South London songwriter digs into her bedrock…To enter Hussy’s world you need to accept that things are going to be done her way.
As a producer, as a songwriter, and as a performer she’s staunchly independent, making sure that every aspect of her music sits right with her.
Currently based in South London, Hussy – real name Sophie Nicole Ellison – recently sealed off work on her debut EP, a striking display of engaging originality.
Out now, the self-titled EP shows Hussy at her best – sitting outside the norms, she captures something truly special. The songwriter comments…
“These songs may appear to show a softer side and a vulnerability but for me playing every instrument you hear on my songs and producing this all myself is also a rebellion against the people who’ve told me I needed a 50 year old man to remake my songs for me and help me find myself.”
Set to play London’s Waiting Room on October 7th, we’re expecting a lot more from Hussy in 2021; a self-contained universe, it’ll take time to truly understand her.
With that in mind, Clash spoke to Hussy about her Foundations – the albums that form her music bedroom.
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Sonic Youth – ‘Daydream Nation’
Sonic Youth have stuck with me since forever and I attribute so much to them, their influence is ingrained in my guitar playing and songwriting at this point, even where it might not be obvious.
This album is the first one of theirs I got when I was in my teens, and turned me onto so many experimental alternative bands from that era. They create such tension and unease with these super trance like freeform moments but with moments of meditation in between.
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Free Kitten – ‘Inherit’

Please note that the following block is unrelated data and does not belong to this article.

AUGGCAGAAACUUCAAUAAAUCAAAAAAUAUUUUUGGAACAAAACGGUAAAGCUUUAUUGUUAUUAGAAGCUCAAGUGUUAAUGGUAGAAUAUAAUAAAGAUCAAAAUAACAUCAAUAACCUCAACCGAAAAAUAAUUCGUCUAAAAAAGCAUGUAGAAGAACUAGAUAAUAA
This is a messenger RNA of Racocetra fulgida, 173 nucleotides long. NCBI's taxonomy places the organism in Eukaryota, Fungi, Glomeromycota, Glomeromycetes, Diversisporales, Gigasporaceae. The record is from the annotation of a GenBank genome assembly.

Kim Gordon is such an icon to me of being feminine yet tough at the same time and has been a massive influence to me. I got this album from a record store when I was a teenager and this is also one I listen to regularly now. I just love how meditative and freeform alot of this is in terms of the songwriting and I think about that alot, as if there’s no filter between the brain and what came out to be recorded.
This also turned me onto the Body/ Head project Kim has with Bill Nace which I love as well.
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Madonna – ‘Music’
Madonna is such a badass in this era and this album is one of my all time favs. I remember being really young but loving it on cassette when it came out and especially loving the really sad songs.
It’s one I’ve really connected to again as an adult and listen to still. I really love the merge of guitars with a more leftfield dance and pop frame and putting it forward in such a big way in the commercial realm.
It feels like such an art piece.
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Helium – ‘The Dirt Of Luck’
Mary Timony is another big guitar and vocal influence for me. Helium were doing the medieval inspired alternative rock jam before it was trendy years ago.
My obsession peaked with Helium when I was at University. They feel so unique to me, capturing a real heavy feeling in not just the more abrasive songs but the quiet ones too. She tends to use lots of imagery in her songs to hint at things without having to necessarily say something explicitly which I find myself doing.
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Smog – ‘Knock Knock’
It’s hard for me to pick a Smog or Bill Callahan album as a favourite but I’m going with this one. It feels like the middle ground between his noisier alternative past with the more reflective songwriter stuff of the future. I was already into Bill Callahan way before the lockdown but upon revisiting him last year I got super into this album in a more detailed way, listening to it on long walks.
The album artwork is also amazing.
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‘Hussy’ EP is out now.
Photo Credit: Pooneh Ghana
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